The energy regulator for the UK Ofgem has directed nine suppliers, including Symbio, to sign up as a data communications company or DCC user or else face the consequence of losing their license.
The regulator revealed that the energy suppliers were supposed to be DCC users from 25 November 2017, but still have not made any move to meet the requirement.
The DCC system allows consumers to take advantage of the smart meter’s full capabilities.
Ofgem has issued a final order to Symbio and eight other suppliers on the grounds of failing to meet the requirement of becoming a DCC user, as stated in the standard licence condition (SLC) 42.8 (gas supply) and 48.11 (electricity supply).
Symbio is joined by Ampower UK Ltd, Daligas Limited, Better Energy Supply Limited, Entice Energy Supply Limited, Enstroga Ltd, Green Energy Supply Limited, Euston Energy Ltd, and UK National Gas Ltd. These nine suppliers have failed to become a DCC member by the November 2017 deadline.
Some of the companies above have acquired their license for almost ten years.
Ofgem stated that it is holding consultations on whether to push through with the Final Order to compel the nine suppliers to implement the DCC system. The regulator can impose licence revocation as a sanction for providers that will not heed its proposal.
The DCC system maintains the smart functionality of the energy meters, including automatically sending readings to the respective supplier despite switching to a new firm.
Currently, customers with SMETS2 who wish to switch to any of the nine suppliers will lose the smart functionality of their meters due to the non-compliance of the said providers to the DCC system.
All energy suppliers were ordered to sign up as a DCC user to give customers a seamless switch to the energy provider of their choice. Ofgem has required gas and electricity providers to enroll SMETS1 or the first-generation smart meters and install the upgraded smart meters or SMETS2.
The regulator pushed for a 2020 deadline of the smart meter rollout, ordering suppliers to complete the installation of smart meters to households and small-business customers.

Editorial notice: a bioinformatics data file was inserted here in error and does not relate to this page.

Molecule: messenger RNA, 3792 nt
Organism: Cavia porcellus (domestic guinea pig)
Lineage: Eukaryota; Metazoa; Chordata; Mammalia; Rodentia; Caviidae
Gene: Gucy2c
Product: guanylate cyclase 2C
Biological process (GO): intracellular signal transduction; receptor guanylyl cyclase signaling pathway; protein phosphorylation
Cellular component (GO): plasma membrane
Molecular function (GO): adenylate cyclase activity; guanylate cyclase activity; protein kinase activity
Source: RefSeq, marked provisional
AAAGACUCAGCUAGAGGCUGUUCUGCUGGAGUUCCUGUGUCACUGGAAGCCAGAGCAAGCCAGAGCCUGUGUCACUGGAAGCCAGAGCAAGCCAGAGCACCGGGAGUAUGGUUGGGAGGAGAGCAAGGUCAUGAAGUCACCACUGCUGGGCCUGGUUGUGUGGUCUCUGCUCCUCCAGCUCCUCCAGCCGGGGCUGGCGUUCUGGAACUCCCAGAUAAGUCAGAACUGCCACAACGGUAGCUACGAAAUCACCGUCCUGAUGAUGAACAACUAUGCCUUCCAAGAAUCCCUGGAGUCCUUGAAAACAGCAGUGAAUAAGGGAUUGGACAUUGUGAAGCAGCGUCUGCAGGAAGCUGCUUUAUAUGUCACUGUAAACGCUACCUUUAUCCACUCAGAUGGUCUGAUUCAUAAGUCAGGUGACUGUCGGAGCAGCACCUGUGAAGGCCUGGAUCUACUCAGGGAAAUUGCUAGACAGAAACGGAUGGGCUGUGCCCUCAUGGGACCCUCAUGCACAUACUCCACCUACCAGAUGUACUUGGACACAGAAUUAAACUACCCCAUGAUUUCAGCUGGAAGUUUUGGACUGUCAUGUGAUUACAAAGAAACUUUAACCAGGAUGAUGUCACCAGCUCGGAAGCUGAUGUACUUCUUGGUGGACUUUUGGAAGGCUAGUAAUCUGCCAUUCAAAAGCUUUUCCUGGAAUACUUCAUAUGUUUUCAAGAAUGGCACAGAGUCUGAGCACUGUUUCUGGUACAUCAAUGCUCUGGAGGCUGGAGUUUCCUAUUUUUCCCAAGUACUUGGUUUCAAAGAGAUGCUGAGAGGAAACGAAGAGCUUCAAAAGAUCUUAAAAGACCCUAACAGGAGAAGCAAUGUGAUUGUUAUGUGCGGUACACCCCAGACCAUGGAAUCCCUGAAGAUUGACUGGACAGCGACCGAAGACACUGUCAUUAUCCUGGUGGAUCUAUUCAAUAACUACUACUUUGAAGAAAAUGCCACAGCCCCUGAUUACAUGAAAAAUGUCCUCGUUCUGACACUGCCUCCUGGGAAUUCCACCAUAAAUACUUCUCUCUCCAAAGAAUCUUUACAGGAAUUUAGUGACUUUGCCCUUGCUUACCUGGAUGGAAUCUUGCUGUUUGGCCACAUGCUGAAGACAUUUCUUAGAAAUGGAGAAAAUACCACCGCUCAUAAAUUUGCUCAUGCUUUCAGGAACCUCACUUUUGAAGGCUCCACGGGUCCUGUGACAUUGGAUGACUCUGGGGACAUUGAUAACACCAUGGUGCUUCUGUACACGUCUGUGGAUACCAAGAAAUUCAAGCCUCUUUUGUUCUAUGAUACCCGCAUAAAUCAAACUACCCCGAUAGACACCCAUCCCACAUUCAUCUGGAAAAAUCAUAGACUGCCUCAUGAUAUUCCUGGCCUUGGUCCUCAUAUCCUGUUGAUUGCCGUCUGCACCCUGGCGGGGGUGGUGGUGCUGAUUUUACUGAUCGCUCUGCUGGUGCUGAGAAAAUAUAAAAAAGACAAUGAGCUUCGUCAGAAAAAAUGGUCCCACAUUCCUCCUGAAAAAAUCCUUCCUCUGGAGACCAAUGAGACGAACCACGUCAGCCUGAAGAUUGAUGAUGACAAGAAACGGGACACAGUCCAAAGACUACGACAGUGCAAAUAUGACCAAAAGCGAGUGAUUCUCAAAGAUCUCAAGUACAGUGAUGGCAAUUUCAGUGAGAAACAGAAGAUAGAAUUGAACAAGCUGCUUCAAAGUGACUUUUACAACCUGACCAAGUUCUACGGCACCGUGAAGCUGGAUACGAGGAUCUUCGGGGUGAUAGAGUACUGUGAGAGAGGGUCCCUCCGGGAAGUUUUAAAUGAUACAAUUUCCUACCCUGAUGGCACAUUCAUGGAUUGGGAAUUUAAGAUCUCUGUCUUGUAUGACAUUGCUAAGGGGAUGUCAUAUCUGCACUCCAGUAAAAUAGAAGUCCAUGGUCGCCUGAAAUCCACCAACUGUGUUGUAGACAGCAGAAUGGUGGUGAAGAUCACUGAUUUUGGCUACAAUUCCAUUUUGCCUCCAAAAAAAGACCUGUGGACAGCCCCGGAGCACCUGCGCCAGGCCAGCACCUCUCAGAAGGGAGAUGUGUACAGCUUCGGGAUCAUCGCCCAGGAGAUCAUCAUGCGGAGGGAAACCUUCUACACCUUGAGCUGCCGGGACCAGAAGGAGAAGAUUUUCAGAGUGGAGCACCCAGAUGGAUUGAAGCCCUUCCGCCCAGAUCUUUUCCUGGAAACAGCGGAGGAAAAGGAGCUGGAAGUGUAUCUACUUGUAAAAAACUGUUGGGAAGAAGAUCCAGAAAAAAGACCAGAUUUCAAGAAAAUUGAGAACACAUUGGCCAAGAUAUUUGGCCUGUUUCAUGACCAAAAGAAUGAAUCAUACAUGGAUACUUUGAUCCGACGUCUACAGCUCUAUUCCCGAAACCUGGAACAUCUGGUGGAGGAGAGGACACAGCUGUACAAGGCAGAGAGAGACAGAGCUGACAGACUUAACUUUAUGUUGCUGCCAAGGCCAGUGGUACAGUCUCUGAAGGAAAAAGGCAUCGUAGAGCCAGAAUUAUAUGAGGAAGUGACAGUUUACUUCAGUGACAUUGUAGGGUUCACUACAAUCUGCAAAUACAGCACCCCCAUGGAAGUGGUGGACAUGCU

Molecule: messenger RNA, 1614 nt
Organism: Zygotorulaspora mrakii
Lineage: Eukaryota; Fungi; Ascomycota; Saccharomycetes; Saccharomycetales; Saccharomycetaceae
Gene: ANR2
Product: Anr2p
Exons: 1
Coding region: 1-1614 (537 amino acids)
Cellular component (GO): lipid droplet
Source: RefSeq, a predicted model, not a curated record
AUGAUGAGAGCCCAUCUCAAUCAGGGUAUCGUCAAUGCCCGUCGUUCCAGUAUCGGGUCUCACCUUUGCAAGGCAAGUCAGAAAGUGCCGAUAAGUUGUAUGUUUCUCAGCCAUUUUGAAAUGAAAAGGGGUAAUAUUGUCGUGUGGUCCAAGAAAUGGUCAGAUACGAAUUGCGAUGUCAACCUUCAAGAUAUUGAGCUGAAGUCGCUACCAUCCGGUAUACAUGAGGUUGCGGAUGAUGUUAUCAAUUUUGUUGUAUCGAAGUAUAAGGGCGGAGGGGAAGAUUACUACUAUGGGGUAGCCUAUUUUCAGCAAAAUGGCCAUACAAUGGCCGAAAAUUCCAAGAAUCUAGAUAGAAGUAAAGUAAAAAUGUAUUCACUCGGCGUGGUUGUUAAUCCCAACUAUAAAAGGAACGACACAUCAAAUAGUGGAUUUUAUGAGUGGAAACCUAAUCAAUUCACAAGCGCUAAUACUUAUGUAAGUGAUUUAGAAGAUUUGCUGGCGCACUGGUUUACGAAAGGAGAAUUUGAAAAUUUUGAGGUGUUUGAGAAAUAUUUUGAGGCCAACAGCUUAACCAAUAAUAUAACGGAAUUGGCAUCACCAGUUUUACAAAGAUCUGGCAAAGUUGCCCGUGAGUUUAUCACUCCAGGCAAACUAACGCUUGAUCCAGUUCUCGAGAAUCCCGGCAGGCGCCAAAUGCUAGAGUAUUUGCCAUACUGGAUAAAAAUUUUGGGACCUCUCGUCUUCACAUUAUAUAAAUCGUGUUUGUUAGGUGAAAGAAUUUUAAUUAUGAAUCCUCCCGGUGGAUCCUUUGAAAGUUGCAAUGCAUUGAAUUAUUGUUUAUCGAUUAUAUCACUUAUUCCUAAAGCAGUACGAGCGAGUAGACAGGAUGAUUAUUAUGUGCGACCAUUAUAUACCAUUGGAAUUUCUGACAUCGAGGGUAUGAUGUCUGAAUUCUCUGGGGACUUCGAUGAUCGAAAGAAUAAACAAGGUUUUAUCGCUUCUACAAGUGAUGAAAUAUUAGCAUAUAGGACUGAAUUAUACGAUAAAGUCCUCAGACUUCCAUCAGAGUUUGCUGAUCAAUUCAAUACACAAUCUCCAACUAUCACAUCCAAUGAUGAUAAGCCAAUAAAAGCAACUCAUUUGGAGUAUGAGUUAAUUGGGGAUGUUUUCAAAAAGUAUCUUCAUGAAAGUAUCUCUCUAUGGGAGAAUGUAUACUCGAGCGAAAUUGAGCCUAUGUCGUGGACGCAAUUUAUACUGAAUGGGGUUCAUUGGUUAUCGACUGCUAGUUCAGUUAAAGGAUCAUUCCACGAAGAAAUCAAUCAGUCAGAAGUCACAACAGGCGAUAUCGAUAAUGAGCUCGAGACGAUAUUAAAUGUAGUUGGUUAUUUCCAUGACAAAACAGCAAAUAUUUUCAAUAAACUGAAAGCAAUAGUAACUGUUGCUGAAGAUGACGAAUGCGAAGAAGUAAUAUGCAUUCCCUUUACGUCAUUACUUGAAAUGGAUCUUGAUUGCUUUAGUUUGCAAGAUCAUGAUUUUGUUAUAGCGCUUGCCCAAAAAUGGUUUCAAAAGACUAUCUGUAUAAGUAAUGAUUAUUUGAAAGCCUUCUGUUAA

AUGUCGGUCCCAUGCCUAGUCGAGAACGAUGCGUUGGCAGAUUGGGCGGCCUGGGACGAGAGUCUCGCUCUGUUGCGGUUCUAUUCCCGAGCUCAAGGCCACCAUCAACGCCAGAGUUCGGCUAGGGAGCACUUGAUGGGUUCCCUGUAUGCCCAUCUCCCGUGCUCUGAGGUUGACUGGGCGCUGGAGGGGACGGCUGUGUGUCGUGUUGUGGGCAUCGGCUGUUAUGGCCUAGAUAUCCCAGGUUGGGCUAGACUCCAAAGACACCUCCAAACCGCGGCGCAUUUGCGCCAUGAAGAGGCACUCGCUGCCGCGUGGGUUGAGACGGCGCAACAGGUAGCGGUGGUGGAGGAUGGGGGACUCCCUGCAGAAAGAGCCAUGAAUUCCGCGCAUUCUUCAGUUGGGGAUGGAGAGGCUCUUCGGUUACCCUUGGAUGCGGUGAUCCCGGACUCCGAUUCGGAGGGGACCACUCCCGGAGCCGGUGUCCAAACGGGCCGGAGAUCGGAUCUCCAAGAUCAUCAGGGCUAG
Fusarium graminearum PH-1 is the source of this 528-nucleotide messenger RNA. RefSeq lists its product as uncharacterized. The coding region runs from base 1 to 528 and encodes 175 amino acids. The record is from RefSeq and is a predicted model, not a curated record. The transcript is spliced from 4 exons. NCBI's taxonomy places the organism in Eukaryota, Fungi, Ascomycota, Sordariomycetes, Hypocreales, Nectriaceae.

The nine suppliers called out by Ofgem will be given until 31 March 2020 to sign up on a DCC once the final order will be issued.
There are many small suppliers in the UK, but deciding not to register still affects thousands of customers with smart meters. Ofgem has expressed concern that the non-compliance of these firms will result in consumers being unwilling to have smart meters installed. Smart meter use is something that the regulator fervently promotes.
Ofgem further pointed out the supplier’s role in ensuring that they achieve a successful roll out to meet the deadline.
An Ofgem spokesperson stated the body is closely monitoring the approach of UK suppliers regarding smart meters, and they are also regularly communicating to remind about the obligations set upon them. They said a supplier not registered as a DCC user could undermine customer’s confidence in the switching process and smart meter programme, driven by their inability to install SMETS2.
uSwitch energy expert Will Owen stated the nine energy suppliers are among the UK’s smallest energy providers, meaning that only a small portion of consumers are affected. However, every supplier must be enrolled as a DCC user to ensure that the smart meter rollout is thriving across the nation.
Smart meters count on mobile networks to transmit data on energy usage to the consumer’s supplier. Areas with a patchy signal, typically those in the north and high-rise buildings, cannot get ahold of the DCC network.
This issue is just one of the many growing pains of the smart meter rollout that has caused delays, according to Compare the Market head of energy Peter Earl. He said the suppliers should be connected to aid in the success of the programme since smart meters rely heavily on technology.
The smart meter rollout deadline has been pushed back further to 2024 to ensure that all small businesses and domestic customers have an installed smart meter.